Case Study 20
Caribbean Planning for Adaptation to Global Climate Change (CPACC): Design
and Establishment of Sea-Level/Climate Monitoring Network
Claudio R. Volonté
Organisation of American States
Keywords: sea-level, monitoring, project implementation, adaptation
CPACC's overall objective is to support twelve Caribbean countries to cope with
potential impacts of global climate change, particularly sea-level rise, through
vulnerability assessment, adaptation planning, and capacity building. The Organisation
of American States (OAS) is CPACC's executing agency and recipient of the US$6.7
million grant from the Global Environment Facility (GEF) through the World Bank
(as the GEF implementing agency). Funds are transferred to the Regional Project
Implementation Unit (RPIU) established at the University of the West Indies
Centre for Environment and Development (UWICED), Barbados, to coordinate and
manage project activities at the regional level. All participating countries
have established National Implementation Coordinating Units (NICUs) that facilitate
project implementation at the national level. The project became effective on
April 1997 for a four-year implementation period.
Adaptation to climate change is achieved through a regional approach to strengthen
technical and institutional capacity of national and regional institutions.
These capacities include: (i) monitoring and analysis of climate and sea-level
dynamics and trends to determine potential impacts of global climate change;
(ii) identifying areas vulnerable to climate change and sea-level rise; and
(iii) developing an integrated management and planning framework for cost-effective
responses and adaptations, as well as policy options and instruments to impacts
of climate change on coastal areas.
Design and establishment of Sea-Level/Climate Monitoring Network is one of 9
components of the CPACC programme. The overall objectives of this component
are to establish a state-of-the-art telemetry sea-level and meteorological monitoring
network in countries participating in CPACC, and to develop the region's capacity
to take charge of the network over the course of the project. The network provides
data to be used for analysis and prediction of oceanographic and atmospheric
phenomena related to sea level change and global warning. These stations comply
with the minimum standards of the Global Sea Level Observing System (GLOSS)
network. The capacity of data acquisition, analysis, archiving and dissemination
is the responsibility of the Caribbean Meteorological Institute (CMI) in Barbados.
The Institute of Marine Affairs (IMA) in Trinidad and Tobago acts as a regional
support for archiving and disseminating sea-level data. A training and technology
transfer programme has been designed to ensure that participating regional and
national institutions acquire the capacity to coordinate the network, support
data analysis and dissemination and maintain its operational integrity during
and after the project.
Parties to the project
Parties to the project include the Global Environment Facility Trust Fund (GEF),
the General Secretariat/Organisation of American States (GS/OAS), RPIU at University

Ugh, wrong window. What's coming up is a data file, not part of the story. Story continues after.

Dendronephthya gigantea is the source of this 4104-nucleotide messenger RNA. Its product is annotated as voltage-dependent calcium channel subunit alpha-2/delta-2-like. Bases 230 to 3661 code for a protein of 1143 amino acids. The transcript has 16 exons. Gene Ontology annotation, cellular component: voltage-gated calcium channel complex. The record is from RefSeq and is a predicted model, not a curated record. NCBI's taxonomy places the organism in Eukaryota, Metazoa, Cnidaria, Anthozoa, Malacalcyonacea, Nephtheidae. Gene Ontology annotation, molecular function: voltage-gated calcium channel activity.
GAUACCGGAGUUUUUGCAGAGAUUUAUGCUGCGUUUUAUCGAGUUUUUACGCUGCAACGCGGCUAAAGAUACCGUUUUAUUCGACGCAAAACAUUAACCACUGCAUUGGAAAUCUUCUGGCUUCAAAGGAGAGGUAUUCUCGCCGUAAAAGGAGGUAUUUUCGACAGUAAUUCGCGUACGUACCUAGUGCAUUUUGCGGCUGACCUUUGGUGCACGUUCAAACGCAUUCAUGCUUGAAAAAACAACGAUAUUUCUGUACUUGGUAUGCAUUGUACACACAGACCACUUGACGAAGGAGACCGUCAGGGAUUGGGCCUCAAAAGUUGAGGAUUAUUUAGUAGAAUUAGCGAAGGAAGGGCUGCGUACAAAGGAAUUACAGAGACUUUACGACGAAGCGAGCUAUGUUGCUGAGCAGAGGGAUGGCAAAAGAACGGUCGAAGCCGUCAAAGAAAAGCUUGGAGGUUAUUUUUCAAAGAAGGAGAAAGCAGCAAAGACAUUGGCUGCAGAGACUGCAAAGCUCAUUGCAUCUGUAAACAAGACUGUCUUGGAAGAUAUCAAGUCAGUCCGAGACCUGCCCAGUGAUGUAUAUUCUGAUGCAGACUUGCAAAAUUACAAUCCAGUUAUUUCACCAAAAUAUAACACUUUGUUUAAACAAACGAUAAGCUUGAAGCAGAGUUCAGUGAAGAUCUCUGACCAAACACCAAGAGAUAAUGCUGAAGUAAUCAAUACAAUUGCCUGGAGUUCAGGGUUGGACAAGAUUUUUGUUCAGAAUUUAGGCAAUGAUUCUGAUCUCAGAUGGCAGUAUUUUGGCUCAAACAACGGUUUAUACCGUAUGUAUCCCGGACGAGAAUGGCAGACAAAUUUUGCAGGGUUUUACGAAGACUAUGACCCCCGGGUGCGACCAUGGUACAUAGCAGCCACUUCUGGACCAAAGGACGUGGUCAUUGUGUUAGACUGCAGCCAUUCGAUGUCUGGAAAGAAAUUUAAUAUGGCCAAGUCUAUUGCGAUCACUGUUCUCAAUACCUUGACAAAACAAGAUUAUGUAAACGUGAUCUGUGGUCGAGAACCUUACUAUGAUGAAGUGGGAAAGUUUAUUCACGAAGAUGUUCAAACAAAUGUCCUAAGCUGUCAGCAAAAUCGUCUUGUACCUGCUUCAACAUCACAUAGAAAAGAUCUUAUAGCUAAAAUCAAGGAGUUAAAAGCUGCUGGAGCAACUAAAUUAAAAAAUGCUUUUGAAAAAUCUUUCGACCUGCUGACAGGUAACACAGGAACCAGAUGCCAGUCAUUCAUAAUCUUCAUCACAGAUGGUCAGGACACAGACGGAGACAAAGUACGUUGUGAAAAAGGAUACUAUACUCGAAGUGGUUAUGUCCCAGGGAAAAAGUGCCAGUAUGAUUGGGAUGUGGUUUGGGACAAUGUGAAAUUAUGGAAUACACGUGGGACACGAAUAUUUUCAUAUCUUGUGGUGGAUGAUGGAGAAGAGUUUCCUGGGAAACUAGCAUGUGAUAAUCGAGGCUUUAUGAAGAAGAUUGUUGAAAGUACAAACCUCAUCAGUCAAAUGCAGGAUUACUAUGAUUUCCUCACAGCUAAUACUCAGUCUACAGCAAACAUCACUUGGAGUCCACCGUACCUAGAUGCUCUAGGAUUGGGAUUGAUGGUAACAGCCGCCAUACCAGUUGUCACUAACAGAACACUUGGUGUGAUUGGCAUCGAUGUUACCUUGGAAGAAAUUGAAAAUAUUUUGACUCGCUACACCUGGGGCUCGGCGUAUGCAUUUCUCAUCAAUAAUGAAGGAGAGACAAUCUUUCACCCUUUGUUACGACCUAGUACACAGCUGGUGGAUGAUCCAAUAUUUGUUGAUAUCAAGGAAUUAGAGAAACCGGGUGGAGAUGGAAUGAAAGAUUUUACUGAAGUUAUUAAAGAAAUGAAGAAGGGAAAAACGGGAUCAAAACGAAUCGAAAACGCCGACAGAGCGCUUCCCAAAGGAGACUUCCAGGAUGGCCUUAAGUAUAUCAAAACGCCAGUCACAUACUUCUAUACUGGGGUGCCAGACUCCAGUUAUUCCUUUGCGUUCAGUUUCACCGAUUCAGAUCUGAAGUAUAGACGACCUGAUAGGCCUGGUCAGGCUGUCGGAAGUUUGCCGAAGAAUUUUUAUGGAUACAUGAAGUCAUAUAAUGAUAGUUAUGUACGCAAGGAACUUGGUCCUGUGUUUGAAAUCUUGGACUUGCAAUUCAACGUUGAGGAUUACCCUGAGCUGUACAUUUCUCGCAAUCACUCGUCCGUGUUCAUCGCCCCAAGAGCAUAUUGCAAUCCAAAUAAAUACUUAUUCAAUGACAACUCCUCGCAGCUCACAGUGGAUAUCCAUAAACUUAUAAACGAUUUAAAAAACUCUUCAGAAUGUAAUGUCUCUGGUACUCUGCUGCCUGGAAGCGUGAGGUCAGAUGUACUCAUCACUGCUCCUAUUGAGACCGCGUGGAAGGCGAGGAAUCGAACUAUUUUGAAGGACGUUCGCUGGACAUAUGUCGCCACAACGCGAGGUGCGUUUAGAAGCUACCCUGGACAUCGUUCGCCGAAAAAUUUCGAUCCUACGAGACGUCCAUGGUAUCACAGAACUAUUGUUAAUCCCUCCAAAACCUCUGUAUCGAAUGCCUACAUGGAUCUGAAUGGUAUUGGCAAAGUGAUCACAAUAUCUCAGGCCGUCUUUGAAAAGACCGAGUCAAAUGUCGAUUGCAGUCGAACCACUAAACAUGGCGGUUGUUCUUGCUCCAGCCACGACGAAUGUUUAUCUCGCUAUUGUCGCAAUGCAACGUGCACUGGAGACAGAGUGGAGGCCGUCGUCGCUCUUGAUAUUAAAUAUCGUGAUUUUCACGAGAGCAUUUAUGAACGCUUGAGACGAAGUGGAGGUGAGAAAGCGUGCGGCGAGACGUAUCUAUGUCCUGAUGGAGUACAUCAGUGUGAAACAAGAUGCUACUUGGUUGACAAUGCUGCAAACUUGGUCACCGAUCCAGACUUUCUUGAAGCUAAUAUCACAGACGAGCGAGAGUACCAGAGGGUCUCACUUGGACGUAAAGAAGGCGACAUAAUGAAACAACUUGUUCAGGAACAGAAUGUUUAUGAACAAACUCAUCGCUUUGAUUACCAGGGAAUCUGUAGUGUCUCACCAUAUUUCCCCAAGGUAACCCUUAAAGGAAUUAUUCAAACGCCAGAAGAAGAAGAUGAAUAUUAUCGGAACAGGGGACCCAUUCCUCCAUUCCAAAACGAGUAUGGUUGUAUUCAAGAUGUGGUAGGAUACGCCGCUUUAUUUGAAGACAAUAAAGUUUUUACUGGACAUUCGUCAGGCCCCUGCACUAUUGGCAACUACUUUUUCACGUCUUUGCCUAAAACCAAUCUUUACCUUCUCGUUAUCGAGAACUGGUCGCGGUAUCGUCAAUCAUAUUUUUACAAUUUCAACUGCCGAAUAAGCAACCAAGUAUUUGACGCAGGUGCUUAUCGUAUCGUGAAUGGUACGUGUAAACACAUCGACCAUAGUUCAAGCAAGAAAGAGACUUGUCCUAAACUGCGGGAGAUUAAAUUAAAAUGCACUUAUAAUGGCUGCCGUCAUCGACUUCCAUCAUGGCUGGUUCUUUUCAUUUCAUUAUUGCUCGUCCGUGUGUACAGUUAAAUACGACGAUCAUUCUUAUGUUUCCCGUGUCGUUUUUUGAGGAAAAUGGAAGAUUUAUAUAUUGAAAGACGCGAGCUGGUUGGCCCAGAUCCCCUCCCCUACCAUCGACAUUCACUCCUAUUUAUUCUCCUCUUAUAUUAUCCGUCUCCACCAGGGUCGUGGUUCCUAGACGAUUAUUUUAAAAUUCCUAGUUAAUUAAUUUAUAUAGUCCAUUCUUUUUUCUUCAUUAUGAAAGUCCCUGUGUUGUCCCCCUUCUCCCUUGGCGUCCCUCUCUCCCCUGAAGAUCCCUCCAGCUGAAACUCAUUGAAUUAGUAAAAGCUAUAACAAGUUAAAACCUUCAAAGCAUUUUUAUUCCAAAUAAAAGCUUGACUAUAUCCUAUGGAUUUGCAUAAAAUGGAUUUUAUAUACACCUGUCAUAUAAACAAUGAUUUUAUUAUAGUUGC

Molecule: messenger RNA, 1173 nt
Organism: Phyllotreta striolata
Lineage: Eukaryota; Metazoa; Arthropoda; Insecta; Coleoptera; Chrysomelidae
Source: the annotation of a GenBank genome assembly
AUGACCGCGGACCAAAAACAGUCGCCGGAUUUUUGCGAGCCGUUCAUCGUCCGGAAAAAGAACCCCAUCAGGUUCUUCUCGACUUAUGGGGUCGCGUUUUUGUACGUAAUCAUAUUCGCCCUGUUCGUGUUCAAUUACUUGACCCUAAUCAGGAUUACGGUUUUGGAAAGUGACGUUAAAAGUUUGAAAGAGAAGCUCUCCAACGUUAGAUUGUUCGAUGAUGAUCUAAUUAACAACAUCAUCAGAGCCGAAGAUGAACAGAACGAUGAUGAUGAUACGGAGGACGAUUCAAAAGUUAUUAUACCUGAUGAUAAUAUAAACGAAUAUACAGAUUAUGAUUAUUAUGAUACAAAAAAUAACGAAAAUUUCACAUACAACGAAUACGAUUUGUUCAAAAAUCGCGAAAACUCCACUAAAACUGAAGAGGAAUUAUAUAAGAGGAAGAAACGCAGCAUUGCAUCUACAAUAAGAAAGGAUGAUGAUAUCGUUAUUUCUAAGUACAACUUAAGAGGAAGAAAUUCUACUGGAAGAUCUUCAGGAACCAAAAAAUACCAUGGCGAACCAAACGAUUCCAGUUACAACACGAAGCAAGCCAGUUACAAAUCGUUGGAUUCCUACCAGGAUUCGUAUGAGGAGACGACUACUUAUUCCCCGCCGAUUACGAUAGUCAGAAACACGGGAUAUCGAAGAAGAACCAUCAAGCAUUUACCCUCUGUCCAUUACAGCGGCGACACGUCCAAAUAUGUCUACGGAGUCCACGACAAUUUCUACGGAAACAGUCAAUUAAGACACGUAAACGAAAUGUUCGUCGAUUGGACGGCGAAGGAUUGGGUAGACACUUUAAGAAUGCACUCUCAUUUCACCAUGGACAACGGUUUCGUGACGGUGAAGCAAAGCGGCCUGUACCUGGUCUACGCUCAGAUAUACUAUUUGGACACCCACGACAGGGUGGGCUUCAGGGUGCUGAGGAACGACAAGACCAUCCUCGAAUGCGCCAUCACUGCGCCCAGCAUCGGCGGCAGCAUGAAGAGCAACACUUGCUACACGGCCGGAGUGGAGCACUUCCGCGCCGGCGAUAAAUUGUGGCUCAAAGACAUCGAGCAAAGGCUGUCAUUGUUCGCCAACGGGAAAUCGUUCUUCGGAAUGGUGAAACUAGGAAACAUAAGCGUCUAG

of the West Indies Centre for Environment and Development (UWICED), Meteorological
and Land Survey Offices of 12 participating countries, the Caribbean Meteorological
Institute and Institute of Marine Affairs, and the US NOAA Coastal Survey Department
and National Geodetic Survey Laboratory.
Type of agreement
- Legal agreement between GS/OAS and The World Bank.
- Technical cooperation agreement between GS/OAS and the University of the
- Technical cooperation agreements between GS/OAS and 12 participating governments,
two regional institutions (CMI and IMA) and US NOAA (specific for this component).
- CMI was designated as the lead regional agency for the implementation of
Financial considerations (e.g., investment, operating costs, profitability):
The project receives 100% financing from the GEF. The OAS, UWICED, and national
and regional institutions provide in kind contribution (staff, office space
and equipment, etc.). The budget for Component 1 is US$811,500 for four years,
divided in technical assistance/training (US$410,900), equipment (US$350,600)
and maintenance/replacement trust fund at CMI (US$50,000). So far, mechanisms
for cost recovery have not been developed.
Risk considerations (e.g., investment, country, intellectual property issues):
- Effective and efficient implementation due to the multiplicity of countries
and institutions involved.
- Maintenance and operation by national institutions, although the equipment
selected is designed to provide high quality continuous data with minimal
- Safety of equipment from vandalism and natural hazards.
- Project sustainability after GEF funding ends.
It is clear that project ownership is a key element for implementation success.
The extensive consultation effort during project preparation has paid off. Another
key element of project success is that technology transfer should be accompanied
with intensive training of local experts, both formally, through workshops,
and informally, hands-on. Furthermore, the CPACC framework appears conducive
1. Jan C. Vermeiren, USDE/OAS, USA
Fax: +1 202 4583560; E-mail: firstname.lastname@example.org
2. Neville Trotz, CPACC/RPIU Project Manager,
CERMES Building, University of the West Indies, Barbados
Fax: +1 246 4244204; E-mail: utrotz>@ndlc.com